The Last Samurai [DVD]
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On the pretence of a business trip, Japanese multi-millionaire Yasujiro Endo journeys to the African nation of Imtazi. In reality, Endo is on a personal mission a quest to find the truth about a Samurai ancestor who disappeared in Africa two centuries ago and perhaps to find the true spirit of the Samurai he feels lies deep within himself. Endos search takes him on a safari deep into the wilds of Africa led by the mercenary Johnny Congo and his girlfriend Caro. As the journey continues it becomes more dangerous as they find themselves kidnapped by rebel guerillas. It soon becomes apparent that the kidnapping is really only a smokescreen for a covert arms deal where the only bargains that can be struck are with terrorists.
The Last Samurai is an action adventure film in which (in the tradition of Lethal Weapon and Above The Law) the heroes face a danger from within themselves that is at least as great as the backdrop of the African wilderness; Endo and Johnny confront their inner selves and both discover their true nature that is that of the Samurai.
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Top Customer Reviews
John Saxon puts on a terrible accent & acting performance... and this itself provides the only comedy in the movie (i.e., its laughably bad).
The DVD cover gives you the impression that there's going to be some kendo action in the film - don't be taken in by this as I was.
The film is boring... the script is nonesense... and finale consists of a Crocodile Dundee style rescue by actor Lance Henriksen, who has also seen better days.
Does anybody want to buy a second hand copy - free to anyone willing to pay the postage!
Anyone remotely interested in Japanese history or martial arts: avoid this boring disaster!
Most Helpful Customer Reviews on Amazon.com (beta)
There is some betrayal involving the selling of weapons to a rebel General (Henry Cele, "Shaka Zulu"), some surface discussion of the meaning of honor, and a lot of African countryside. The Japanese keeps seeing images of his ancestor. The General is played almost the same as the actor had played Shaka. The American has 'Nam flashbacks.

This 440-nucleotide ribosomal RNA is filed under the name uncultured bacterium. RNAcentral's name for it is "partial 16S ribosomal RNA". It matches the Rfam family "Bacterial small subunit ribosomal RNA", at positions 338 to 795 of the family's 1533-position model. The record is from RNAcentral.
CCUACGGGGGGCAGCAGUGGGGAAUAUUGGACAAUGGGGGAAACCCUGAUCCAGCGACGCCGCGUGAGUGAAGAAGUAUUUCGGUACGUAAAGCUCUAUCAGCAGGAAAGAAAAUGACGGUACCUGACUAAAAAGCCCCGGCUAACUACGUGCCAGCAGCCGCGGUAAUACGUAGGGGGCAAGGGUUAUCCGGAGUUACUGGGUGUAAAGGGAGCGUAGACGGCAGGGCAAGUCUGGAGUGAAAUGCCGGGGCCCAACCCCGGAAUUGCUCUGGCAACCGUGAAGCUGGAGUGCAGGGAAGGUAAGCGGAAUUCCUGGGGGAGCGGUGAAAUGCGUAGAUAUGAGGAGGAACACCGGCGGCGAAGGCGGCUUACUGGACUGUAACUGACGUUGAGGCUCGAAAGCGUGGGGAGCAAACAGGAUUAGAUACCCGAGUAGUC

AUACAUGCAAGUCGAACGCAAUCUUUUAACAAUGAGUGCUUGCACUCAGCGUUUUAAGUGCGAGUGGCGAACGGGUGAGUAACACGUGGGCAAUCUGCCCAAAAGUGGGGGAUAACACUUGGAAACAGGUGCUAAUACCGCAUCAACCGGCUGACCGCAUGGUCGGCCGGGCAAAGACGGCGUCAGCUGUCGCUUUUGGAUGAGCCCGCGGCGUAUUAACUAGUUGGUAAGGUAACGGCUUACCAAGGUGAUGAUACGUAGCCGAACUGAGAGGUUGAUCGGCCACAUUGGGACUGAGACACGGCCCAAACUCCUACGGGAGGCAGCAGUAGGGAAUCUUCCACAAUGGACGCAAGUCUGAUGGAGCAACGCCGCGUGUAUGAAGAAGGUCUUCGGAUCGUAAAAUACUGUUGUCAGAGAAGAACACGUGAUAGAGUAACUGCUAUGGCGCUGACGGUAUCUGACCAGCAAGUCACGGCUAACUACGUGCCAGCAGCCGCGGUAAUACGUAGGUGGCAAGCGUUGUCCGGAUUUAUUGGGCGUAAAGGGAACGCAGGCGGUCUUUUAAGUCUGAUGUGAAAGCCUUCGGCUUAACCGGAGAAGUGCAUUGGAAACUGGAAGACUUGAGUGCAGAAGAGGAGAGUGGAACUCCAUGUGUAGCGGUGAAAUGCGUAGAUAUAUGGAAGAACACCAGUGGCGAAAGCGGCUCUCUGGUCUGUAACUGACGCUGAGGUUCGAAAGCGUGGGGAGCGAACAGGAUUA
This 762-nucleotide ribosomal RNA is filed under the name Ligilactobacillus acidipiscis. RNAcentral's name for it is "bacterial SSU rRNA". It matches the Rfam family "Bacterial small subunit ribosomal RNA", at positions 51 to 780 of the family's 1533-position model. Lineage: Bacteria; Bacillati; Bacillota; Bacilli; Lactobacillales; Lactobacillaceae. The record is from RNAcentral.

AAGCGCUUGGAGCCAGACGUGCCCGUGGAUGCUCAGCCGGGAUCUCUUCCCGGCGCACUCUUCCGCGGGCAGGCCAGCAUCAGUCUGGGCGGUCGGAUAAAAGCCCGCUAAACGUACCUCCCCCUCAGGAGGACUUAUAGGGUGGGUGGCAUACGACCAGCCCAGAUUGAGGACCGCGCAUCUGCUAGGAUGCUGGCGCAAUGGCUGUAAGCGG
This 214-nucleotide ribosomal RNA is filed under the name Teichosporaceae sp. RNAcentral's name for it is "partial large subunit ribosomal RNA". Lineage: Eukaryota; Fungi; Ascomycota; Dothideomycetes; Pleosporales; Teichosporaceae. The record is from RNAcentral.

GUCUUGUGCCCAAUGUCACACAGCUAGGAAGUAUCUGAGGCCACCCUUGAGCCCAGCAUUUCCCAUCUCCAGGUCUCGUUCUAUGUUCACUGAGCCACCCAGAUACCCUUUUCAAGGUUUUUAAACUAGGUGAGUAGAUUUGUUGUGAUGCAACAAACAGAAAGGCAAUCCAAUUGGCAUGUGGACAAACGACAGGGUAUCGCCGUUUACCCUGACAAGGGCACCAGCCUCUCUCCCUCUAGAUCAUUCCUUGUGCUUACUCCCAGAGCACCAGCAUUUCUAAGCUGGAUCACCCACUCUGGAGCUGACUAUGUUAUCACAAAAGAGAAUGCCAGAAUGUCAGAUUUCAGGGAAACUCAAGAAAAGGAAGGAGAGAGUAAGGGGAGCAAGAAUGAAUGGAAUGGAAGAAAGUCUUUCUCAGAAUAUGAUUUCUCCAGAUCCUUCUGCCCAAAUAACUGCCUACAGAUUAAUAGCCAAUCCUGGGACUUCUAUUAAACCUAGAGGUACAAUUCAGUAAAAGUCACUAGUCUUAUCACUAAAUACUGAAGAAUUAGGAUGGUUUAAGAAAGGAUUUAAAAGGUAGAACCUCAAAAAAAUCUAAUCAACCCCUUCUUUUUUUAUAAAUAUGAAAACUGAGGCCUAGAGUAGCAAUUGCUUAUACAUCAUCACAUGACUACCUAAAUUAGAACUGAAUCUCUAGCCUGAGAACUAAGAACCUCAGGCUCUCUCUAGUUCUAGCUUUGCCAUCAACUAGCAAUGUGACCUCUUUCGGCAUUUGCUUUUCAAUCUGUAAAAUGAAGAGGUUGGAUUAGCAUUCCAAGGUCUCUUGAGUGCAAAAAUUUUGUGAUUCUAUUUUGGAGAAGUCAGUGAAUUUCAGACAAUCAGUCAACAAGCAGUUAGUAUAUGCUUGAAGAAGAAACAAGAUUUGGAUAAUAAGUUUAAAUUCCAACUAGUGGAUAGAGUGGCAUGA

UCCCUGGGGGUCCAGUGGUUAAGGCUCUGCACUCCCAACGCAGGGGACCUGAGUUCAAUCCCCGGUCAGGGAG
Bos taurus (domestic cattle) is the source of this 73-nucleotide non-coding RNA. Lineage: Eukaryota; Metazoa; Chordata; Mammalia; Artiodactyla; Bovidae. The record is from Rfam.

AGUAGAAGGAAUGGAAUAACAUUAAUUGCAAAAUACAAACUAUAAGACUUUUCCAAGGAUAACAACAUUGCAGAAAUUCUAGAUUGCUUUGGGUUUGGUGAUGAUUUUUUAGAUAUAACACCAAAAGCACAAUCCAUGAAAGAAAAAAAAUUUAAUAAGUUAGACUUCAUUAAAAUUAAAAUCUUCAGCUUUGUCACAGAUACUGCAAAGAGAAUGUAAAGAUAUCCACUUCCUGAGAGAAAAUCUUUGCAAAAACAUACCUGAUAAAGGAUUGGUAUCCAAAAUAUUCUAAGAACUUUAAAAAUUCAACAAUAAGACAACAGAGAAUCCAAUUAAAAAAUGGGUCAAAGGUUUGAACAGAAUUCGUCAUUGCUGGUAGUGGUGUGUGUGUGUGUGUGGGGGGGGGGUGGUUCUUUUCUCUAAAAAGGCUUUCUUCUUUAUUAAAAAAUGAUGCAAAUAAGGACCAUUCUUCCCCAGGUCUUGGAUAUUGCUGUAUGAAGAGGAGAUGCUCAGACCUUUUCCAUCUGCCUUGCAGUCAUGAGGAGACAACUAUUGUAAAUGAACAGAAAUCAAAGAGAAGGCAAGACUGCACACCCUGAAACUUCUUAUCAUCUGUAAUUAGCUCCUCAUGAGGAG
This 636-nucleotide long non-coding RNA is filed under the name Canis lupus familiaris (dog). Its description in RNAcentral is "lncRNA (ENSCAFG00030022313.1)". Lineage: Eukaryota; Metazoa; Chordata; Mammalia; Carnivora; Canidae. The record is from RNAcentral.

There is a kendo sequence on a beach at the top of the film that is some of the most realistic swordfighting I've seen in a movie. The film ends with a more action, but certain flaws in continuity and film making make it hard to accept what's happening.
The end of the film is supposed to be a resolution of the various issues that the characters had regarding honor, but the somehow the ambitiousness of the message is outweighed by the weakness of the film making. The script is a sparse, depending on brief profound statements. Everybody, it seems, has a brief profound, revealing, statement. The camera angles chosen for certain juxtaposed shots don't really work; make it difficult to follow the action. There are a few moments in the action where one can say "that's stupid. Why didn't he just..."
If the Japanese Martial Arts, discussions of honor, ancestral spirits, and African revolutions don't interest you, subtract a star or two. Otherwise, this is interesting to have seen once.
Do yourself a favor, by buying something else..
Japanese businessman goes in search of his ancestor and gets caught in the middle of a revolution in Africa. Huh? No, really. That's what it's about. I think. I'm still not certain. Bottom line here is that if you try to take this puppy too seriously, you're doomed. I suggest that you put your critical faculties on hold and watch it as a nice bite of mind candy.